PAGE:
Build Your Own Garden Shed Kit
Deciding On Your Garden Shed Kit
You have decided to get a Garden Shed Kit rather than buying a pre-made one - it's going to be fun!
Before you decide which Garden Shed Kit to buy you need to think about what you want your Garden Shed for!
Garden sheds are a very handy accessory to have, particularly if you have a large yard or garden area. They do come in a wide variety of sizes and styles these days too though, so it's possible to find one which fits almost any need, design preference, and space limitations too.
Some garden sheds are quite small and might be considered nothing more than a potting bench or storage box. These small garden sheds can be useful though, if you have very little available space around your home, and if you do very little gardening throughout the year.
Medium sized garden sheds tend to be similar to storage sheds, but even these can range in size drastically. Some might have room for all of your lawn and garden equipment for instance: The larger hoes and rakes, smaller hand tools, extra gardening soil, extra containers and pots, and maybe even your lawnmower or edge trimmer too.
So as you can see there is a lot to consider when you are looking at Garden Shed Kits!
The Perfect Garden Shed Kit
Garden Shed Kit 2x4basics, Peak Style Roof
What Are You Going To Do With Your Garden Shed?
Choosing The Right One From The Many Garden Shed Kits
As I mentioned there is a lot to consider when looking at the various Garden Shed Kits that are available. So let's look at what you are likely to use your Garden Shed for.
Smaller versions of the "medium" sized garden sheds might not be large enough to fit your lawn mower in though, and some aren't even made to store larger hand gardening tools either.
Larger garden sheds can sometimes be quite large, and many of them are quite elaborate these days too. Not only can the larger sheds accomodate your larger hand tools and extra gardening supplies, but often these sheds have plenty of room for you to set up a full fledged potting bench. Some of them also have room for you to set up a small greenhouse area too, so that you're able to get your seeds started even before the ground thaws each spring.
Elaborately designed garden sheds come in a wide variety of designs, which are meant to help you fit the shed nicely into your personal landscape and garden areas. Some of these for instance, are made to look like small English Cottages. There are even places where you can buy garden sheds which look like a miniature version of your own home too.
When buying a garden shed, try to take into account what garden tools and supplies you already have, and what types of things you're likely to buy in the next several years. With that information on hand, you should choose a shed that's large enough to accomodate both your existing supplies as well as those you'll be buying later.
Carpentry Skills For Your Garden Shed Kit
Many people interested in having a garden shed enjoy the prospect not only of using it, but of building it, too. Unless you purchase both the shed and all its contents, you'll have to have some carpentry skills.
Many garden sheds have wooden floors. Relatively simple to construct, they can be made with 2 x 4's or 1 x 6's attached in a grid onto 4 x 4's that sit on the ground. Spaced a half-inch apart, that can allow drainage. Weeds that tend to grow between the slats can be kept under control with any commercial spray. Even the average do-it-yourself'er can easily make a good garden shed floor in a day.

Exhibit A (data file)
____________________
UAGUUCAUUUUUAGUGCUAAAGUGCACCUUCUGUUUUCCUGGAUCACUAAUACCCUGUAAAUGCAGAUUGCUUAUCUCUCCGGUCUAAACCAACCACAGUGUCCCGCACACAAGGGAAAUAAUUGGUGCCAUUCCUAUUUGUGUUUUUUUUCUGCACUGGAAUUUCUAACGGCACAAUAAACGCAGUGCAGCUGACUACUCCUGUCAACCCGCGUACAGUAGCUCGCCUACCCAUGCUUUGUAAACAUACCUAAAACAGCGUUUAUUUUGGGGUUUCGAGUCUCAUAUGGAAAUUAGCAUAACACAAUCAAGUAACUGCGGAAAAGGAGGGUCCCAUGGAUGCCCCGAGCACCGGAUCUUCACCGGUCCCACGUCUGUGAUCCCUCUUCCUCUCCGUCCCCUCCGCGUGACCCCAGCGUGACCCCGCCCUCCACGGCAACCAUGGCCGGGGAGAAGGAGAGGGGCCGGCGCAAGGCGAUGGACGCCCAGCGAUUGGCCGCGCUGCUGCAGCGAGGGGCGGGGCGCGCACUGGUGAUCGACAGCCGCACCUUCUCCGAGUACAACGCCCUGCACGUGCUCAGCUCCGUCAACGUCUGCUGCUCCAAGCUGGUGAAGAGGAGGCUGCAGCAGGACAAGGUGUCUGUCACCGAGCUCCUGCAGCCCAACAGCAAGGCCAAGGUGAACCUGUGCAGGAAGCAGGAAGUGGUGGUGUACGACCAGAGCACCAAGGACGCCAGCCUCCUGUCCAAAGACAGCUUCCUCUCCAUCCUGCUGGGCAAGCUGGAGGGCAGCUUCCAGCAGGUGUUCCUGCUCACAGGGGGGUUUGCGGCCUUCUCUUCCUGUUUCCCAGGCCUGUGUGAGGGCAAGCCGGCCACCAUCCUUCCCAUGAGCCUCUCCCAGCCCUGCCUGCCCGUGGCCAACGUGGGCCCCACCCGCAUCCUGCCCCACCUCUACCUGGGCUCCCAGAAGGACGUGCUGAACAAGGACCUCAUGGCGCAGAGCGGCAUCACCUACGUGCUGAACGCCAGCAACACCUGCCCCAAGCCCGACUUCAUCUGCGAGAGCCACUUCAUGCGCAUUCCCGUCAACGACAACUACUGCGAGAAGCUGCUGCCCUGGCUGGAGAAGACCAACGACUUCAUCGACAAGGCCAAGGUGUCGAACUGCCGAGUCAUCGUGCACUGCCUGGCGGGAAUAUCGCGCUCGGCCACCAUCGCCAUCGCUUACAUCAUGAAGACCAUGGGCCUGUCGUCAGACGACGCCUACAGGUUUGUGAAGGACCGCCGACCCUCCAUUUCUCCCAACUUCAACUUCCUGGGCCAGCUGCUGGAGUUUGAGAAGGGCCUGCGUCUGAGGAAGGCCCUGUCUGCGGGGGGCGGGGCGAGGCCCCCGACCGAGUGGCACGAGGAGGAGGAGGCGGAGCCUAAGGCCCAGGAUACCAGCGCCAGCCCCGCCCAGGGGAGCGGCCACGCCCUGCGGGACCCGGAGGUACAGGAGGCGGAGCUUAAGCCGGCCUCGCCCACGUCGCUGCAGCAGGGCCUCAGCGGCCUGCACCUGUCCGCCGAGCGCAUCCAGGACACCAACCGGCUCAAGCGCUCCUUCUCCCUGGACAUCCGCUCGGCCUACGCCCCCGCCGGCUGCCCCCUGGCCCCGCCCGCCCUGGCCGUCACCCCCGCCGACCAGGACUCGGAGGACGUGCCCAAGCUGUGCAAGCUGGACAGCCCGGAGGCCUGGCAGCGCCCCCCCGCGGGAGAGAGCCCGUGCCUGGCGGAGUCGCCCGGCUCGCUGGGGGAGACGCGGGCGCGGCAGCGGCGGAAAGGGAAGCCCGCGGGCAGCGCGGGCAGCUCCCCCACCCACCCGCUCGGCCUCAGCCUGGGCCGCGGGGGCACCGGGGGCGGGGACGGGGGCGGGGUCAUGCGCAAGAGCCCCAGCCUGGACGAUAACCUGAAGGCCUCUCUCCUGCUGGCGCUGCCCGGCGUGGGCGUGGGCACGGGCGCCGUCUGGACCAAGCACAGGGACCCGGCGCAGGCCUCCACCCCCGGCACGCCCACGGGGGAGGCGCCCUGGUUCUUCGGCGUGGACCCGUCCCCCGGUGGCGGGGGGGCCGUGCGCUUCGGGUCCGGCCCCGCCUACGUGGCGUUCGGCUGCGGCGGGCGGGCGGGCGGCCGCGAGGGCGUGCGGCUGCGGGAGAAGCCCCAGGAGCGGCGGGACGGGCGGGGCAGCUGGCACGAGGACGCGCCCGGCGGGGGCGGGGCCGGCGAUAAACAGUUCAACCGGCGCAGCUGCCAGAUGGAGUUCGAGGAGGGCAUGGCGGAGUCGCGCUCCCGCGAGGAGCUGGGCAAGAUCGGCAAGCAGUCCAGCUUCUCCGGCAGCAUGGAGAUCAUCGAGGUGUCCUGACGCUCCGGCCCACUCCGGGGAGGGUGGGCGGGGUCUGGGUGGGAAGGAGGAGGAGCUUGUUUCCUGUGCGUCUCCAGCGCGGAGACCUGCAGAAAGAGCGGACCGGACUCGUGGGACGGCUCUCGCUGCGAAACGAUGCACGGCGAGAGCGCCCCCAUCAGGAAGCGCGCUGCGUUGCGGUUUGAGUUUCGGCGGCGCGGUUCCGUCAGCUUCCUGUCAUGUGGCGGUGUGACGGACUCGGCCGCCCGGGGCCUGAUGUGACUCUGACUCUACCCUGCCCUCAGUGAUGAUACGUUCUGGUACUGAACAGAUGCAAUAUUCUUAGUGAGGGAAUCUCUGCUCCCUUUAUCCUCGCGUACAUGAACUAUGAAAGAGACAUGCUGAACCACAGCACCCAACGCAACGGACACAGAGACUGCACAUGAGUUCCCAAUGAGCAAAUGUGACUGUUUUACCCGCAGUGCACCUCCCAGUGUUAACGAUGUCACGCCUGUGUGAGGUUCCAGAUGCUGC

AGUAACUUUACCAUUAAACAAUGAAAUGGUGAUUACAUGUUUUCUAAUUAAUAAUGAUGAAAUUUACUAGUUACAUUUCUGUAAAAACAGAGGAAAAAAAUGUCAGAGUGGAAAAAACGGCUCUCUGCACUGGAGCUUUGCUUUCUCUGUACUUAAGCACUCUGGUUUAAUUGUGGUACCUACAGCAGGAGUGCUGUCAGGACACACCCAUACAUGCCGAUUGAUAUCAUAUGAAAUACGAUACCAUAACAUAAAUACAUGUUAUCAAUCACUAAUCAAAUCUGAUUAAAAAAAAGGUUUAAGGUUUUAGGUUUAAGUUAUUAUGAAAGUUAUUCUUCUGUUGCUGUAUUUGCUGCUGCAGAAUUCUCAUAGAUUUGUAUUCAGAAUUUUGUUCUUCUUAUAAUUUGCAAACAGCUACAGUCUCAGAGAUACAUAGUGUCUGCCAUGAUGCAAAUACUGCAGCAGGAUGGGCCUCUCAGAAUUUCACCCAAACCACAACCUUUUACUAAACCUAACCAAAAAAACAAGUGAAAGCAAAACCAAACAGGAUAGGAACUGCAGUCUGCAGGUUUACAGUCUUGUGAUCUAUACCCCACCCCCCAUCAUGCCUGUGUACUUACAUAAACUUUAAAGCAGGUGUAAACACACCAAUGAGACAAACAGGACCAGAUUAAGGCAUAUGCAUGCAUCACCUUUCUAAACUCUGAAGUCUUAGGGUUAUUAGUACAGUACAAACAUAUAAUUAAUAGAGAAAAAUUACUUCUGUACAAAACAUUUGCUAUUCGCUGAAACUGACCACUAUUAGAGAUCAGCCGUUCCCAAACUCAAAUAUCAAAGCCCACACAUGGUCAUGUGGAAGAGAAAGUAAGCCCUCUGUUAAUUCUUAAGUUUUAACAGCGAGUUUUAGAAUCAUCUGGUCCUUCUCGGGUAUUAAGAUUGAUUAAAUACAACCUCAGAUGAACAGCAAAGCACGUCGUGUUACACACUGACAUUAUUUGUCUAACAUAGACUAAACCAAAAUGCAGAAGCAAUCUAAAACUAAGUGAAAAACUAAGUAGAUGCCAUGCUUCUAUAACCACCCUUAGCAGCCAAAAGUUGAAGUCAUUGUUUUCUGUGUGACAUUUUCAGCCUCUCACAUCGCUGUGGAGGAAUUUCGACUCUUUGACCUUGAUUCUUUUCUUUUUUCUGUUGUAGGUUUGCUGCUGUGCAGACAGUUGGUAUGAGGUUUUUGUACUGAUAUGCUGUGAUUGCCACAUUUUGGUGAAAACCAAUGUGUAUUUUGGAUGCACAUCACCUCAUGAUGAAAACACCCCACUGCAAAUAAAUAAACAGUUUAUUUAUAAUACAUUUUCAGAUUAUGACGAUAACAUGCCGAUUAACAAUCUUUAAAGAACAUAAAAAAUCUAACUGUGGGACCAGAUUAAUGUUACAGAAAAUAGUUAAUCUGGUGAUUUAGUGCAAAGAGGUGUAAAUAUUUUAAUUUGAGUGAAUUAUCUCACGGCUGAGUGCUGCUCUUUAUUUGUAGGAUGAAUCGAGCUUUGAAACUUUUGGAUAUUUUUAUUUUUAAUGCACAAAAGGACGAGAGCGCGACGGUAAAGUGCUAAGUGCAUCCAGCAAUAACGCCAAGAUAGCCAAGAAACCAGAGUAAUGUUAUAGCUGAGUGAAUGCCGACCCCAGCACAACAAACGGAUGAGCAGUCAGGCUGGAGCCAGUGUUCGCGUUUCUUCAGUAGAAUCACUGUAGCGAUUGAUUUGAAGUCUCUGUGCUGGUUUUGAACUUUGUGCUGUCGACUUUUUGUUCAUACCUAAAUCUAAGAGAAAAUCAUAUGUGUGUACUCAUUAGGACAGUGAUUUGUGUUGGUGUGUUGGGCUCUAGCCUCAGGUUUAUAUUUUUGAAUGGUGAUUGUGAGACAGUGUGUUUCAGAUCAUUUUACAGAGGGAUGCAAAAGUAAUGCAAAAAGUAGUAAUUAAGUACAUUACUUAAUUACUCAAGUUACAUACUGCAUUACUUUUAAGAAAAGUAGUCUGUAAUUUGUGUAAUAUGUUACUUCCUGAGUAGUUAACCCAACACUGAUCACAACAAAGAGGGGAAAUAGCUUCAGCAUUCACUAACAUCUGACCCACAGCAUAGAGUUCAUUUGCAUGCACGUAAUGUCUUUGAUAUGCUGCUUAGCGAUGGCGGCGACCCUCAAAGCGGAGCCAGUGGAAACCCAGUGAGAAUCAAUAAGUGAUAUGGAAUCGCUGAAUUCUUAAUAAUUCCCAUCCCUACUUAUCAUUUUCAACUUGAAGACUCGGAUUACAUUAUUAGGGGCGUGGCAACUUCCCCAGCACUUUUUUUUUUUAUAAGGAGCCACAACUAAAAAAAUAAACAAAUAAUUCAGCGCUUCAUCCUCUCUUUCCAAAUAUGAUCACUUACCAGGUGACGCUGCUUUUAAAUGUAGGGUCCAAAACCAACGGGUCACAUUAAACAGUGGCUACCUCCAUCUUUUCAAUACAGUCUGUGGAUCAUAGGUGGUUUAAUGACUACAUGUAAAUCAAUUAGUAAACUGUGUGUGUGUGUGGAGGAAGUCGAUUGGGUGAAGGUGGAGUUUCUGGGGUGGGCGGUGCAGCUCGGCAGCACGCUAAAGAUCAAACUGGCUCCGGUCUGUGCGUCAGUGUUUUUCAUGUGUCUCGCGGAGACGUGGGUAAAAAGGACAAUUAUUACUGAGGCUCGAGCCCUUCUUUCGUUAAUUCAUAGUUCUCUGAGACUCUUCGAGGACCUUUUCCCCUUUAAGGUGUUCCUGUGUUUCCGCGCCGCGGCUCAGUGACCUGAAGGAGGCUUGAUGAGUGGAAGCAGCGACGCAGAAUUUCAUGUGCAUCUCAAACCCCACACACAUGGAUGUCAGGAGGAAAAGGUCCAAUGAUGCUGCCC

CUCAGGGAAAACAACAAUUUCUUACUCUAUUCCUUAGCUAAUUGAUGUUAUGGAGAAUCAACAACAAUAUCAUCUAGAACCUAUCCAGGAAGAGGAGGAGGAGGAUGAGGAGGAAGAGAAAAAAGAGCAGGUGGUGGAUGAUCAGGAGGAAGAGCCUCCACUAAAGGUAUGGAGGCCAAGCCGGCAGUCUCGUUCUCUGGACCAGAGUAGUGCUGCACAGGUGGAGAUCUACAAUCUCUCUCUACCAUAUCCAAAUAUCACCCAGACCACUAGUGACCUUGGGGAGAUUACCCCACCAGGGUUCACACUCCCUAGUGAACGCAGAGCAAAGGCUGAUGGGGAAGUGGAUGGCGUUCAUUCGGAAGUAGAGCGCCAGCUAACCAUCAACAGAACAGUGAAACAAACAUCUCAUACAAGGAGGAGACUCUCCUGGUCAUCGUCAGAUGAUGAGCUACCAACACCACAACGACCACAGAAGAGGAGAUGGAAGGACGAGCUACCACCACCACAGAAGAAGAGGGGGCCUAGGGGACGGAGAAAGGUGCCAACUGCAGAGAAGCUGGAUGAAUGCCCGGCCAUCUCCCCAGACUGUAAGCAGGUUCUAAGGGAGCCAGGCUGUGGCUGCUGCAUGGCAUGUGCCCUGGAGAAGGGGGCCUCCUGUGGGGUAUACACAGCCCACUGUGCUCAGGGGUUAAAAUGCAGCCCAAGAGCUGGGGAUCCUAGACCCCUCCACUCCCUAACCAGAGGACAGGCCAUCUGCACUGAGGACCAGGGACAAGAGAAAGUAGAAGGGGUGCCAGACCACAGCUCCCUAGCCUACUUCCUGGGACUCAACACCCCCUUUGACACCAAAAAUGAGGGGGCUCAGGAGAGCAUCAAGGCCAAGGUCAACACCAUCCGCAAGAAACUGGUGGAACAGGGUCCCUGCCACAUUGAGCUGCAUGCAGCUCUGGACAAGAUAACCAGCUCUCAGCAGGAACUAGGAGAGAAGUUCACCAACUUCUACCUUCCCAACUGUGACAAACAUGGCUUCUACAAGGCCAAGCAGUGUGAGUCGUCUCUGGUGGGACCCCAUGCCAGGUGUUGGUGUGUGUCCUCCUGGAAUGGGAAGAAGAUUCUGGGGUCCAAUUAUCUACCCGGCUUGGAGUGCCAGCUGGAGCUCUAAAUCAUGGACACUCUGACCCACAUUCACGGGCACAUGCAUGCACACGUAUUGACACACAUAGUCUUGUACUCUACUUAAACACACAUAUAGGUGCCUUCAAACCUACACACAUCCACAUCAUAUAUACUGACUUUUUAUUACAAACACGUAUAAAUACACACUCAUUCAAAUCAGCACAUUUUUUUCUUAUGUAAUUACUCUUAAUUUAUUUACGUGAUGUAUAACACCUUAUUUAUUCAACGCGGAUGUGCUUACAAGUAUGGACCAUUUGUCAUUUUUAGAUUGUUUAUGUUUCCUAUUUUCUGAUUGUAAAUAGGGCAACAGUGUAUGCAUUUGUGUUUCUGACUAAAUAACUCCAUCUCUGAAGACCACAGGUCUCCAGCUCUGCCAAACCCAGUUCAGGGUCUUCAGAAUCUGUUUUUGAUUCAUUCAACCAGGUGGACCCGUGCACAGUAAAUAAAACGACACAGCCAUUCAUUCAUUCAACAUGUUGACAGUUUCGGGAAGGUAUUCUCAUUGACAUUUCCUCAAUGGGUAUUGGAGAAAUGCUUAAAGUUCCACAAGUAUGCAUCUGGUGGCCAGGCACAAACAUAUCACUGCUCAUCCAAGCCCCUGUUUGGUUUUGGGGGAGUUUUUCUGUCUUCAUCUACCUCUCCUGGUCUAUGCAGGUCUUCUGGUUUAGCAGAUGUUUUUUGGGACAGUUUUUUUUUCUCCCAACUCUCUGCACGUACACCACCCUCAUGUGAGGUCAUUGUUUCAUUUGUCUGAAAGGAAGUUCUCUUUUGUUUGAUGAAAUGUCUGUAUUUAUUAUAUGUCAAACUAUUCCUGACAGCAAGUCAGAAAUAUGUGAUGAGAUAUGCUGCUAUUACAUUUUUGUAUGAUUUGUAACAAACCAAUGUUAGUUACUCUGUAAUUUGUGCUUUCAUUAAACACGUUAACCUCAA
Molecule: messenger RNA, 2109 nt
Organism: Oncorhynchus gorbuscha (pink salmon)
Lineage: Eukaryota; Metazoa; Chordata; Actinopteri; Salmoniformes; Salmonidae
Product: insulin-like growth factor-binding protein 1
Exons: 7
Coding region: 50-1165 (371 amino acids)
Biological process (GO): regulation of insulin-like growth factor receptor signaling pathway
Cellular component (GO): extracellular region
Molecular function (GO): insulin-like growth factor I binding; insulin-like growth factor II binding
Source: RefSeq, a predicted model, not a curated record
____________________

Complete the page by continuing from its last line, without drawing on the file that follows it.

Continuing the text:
From that point, the skills level goes up a bit. Constructing garden shed walls is a little tougher than it looks. Building a wall perpendicular to the floor isn't too difficult these days, especially using laser levels. But proper bracing requires a well thought out plan. You'll need a design and materials that can support a roof and stay sturdy for several years.
One way to develop that plan is either to buy one from any of the many sites online that offer garden shed plans, or study a shed under construction. The same principles apply. Either you'll need regular-spaced 2 x 4's (usually 16 inches apart) and/or a large number of L-braces (4 inches per leg or longer).
After you have the plans and/or the actual garden shed built, the fun starts for those who prefer to exercise their carpentry skills on furniture.
Any moderate-sized or larger garden shed will need one or more good tabletops. Many types are available for purchase, which is fine for those who want to go that route. Do-it-yourself'ers will enjoy making their own.
Here again you need to draw out what design you want before pulling out the hammer and nails or screws and drill-screwdriver. 4 x 4's make excellent sturdy legs. Be sure to buy or cut ones that have perfectly perpendicular ends to support the top.
One excellent and simple design involves laying a flat top (say a series of 1 x 12's with cross supports or a flat, sturdy piece of plywood) onto the legs. Nail or screw the top down onto the legs so you have something level and fairly sturdy. Then use some L-braces to increase the support in the horizontal direction.
Cap it by using plywood strips or 1 x 6's perpendicular to the top. Connect them to both the legs and the top with L-braces. Rock solid and attractive. Stain when complete to keep moisture from corroding the table.
You can use the same method to build benches for holding rows of plants or to sit on. Or you can use a trio of 2 x 4's attached to short 4 x 4's or crossed 2 x 4's, supported by a 1 x 10 running vertically down the middle and attached with L-braces.
You'll want some simple shelves, but you may want or need them to be free standing. Sometimes, purchasing a couple of small, plastic sheds is preferable to building your own. After all, there's a limit to what even do-it-yourself'ers want to make.